When Dastan Kuldanov paid a little over $5,000 for a second-hand Nissan X-Trail last March, it felt like a bargain.
Bought brand new, a spacious SUV model like that normally costs several tens of thousands in Kazakhstan.
But with this year’s introduction of new rules on vehicle registration, Kuldanov is about to get another bill – one that could set him back more than buying the car in the first place.
Cash-strapped motorists in Kazakhstan are livid. There have been spontaneous demonstrations up and down the country. Some are now threatening to go to the streets on February 22, joining the ranks of a protest rally summoned by the government’s most persistent, foreign-based critic, thereby further politicizing the issue.
Kuldanov told Eurasianet that his purchase was not an indulgence.
"I have two sons and a daughter. I take them to, and pick them up from, school. I also give my wife lifts to her work,” said Kuldanov, who lives in the northwestern city of Aktobe.
Kuldanov did not want to take on more debt, as he is still paying off his mortgage, so he decided to copy a popular trend.
“I saw many cars being brought over from Armenia. They were secondhand cars in good condition. So, I went to Yerevan with my friend and bought a Nissan X-Trail for 2 million tenge [$5,200],” he said.
Many others are doing the same.
The authorities estimate there are around 170,000 vehicles registered in places like Armenia, Kyrgyzstan, Belarus and Russia circulating on Kazakhstan’s roads. The appeal of those countries is that they are members of the Eurasian Economic Union, or EAEU, trading bloc, so customs payments are not an issue.
The Interior Ministry is not amused. Only people from those countries are permitted by law to drive around, for limited periods, with their foreign plates. Kazakhs importing cars for the long haul should get registered and pay their taxes like everybody else, officials say.
What is more, vehicles not locally registered become a particular headache when accidents occur, since drivers of foreign-registered cars are in effect not recognized as being local residents.
Car-owners grumble, however, that the government has pulled a mean trick by cracking down and charging exorbitant fees after the fact.
In the face of a spike of anger over this issue, President Kassym-Jomart Tokayev intervened by approving a temporary, interim registration regime, which has in effect given motorists until March 1, 2021, to comply.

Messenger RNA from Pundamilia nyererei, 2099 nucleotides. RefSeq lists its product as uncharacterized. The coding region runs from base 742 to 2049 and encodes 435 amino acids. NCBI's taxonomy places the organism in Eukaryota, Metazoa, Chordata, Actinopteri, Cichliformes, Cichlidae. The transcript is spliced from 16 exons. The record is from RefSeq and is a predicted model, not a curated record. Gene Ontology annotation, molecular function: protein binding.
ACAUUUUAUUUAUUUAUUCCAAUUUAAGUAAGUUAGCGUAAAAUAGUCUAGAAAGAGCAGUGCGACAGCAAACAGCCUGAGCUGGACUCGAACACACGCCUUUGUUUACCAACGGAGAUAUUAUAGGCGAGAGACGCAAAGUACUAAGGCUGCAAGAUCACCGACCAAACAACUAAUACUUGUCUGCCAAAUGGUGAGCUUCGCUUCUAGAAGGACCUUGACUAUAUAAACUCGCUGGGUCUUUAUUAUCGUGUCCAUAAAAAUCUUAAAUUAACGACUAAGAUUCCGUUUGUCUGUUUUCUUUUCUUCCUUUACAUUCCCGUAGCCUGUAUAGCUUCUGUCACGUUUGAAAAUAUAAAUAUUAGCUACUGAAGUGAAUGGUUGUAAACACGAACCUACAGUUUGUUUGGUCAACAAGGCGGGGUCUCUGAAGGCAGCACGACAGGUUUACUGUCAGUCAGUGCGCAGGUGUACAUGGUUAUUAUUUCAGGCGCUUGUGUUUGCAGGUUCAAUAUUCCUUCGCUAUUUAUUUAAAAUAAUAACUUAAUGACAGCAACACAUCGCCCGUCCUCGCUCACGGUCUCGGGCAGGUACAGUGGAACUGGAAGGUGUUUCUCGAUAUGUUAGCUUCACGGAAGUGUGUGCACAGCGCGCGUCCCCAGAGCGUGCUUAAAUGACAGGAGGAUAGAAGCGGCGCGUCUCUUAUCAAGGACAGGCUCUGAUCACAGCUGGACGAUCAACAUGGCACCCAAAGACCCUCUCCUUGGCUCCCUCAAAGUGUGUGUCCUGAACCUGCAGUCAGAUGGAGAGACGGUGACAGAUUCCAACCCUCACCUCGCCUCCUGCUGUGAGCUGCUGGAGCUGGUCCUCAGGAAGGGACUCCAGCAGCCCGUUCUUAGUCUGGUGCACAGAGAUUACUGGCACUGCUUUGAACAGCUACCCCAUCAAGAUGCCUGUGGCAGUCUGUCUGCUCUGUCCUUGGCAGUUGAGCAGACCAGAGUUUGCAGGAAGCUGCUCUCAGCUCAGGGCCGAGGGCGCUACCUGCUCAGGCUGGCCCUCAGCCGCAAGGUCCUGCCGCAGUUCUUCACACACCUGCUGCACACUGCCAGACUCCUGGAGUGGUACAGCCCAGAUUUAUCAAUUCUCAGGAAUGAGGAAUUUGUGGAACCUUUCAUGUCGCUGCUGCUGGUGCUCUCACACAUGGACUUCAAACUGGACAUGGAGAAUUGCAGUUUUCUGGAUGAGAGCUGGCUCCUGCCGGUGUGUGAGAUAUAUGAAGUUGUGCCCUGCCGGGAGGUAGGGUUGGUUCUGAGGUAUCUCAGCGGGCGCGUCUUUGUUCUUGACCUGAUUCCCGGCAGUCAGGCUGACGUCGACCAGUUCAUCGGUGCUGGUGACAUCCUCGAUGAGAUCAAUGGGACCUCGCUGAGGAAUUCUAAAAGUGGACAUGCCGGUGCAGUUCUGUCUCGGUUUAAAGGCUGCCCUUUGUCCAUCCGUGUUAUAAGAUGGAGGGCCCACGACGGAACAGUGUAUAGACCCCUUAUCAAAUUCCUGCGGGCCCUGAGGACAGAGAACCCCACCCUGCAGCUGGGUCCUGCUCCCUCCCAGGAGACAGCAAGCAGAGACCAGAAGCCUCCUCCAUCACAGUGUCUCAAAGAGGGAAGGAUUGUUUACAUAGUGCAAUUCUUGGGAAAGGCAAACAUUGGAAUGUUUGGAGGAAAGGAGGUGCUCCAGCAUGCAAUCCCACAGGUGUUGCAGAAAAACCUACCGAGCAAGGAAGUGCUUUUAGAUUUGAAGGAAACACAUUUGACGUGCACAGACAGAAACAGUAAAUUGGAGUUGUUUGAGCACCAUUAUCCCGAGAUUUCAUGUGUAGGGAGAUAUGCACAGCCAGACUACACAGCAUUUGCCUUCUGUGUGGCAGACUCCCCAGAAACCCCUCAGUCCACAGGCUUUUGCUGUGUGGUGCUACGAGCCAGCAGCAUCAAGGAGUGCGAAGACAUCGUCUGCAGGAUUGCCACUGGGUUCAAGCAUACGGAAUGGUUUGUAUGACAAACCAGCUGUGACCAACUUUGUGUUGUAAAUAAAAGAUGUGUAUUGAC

That may just compound the problem.
Kuldanov told Eurasianet that he will have to pay 1.3 million tenge [$3,500] just to get the interim yellow plates. And the problems do not end there.
"To get temporary registration, the car needs to meet Euro-5 or Euro-4 emission standards. Most of the cars imported from Armenia do not meet even Euro-4 standards,” he said.
Kuldanov said that by the time all is said and done, he will have spent double on registration than he did buying his car in the first place.
Askhat Bersalimov, who lives in the business capital, Almaty, went to Yerevan in December to buy a Toyota Alphard minivan. That vehicle was to be his meal ticket.
“I work as a driver with Yandex Taxi service. I earn around 7-8 thousand tenge per day driving for Yandex,” Bersalimov said. “Temporary registration will cost me 1.3 million tenge. And before that temporary registration expires, I will have to pay customs duties and a utilization fee. So permanent registration will end up costing 4.5-5 million tenge, when I bought my car for 3.5 million tenge.”
One reason that motorists look abroad is that the second-hand market in Kazakhstan is still very weak.
"The local second-hand market offers old and worn vehicles,” Bersalimov said. “New cars at the car dealerships are expensive. We do not have any option other than to buy in Armenia.”
Ruslan Lazuta, who runs a civic organization that provides legal assistance to motorists, said the blame for the impasse lies with the Interior Ministry, which he says failed to properly warn about its plans in good time.
"Kazakhstan allowed 170,000 cars from other EAEU states to enter the country. And over this whole time, the Interior Ministry took no action. Moreover, they promised to create an online registration system,” Lazuta said. “But now they have designated all citizens who bought cars in Armenia and Kyrgyzstan as lawbreakers.”
Lazuta has raised the stakes of this confrontation by filing a police report against Interior Minister Yerlan Turgumbayev and his deputy, Marat Kozhayev.
"They should be prosecuted for dereliction of duty,” Lazuta said.
As Eduard Poletayev, an Almaty-based political analyst, told Eurasianet, this is not the first time the government has made a foe of motorists.
“The authorities went through a similar experience with right-hand-drive cars in 2006, when they decided to ban their importation and use. But after car owners protested, the government made concessions by allowing the import ban to stand, but allowing the cars to be used,” Poletayev said.
Officials are usually wary of anything that could feed public discontent among normally apolitical sections of the population, so this whole episode looks like a strategic bungle.
“Owners of cars with foreign license plates have already held protests and organized a petition of 5,300 signatures, which has been sent to the authorities,” Poletayev said. “There is talk of creating a movement to defend the interests of motorists. When the authorities start picking people’s pockets, that immediately provokes anti-government sentiments.”
Still, there may yet be room for compromise.
“The authorities could divide cars with foreign plates into categories – old and newer, for example – and then apply different customs clearance rates to them at a later date,” Poletayev said. “They could also push back the deadlines and make utilization fees lower.”
Yelnur Alimova is a journalist based in Almaty.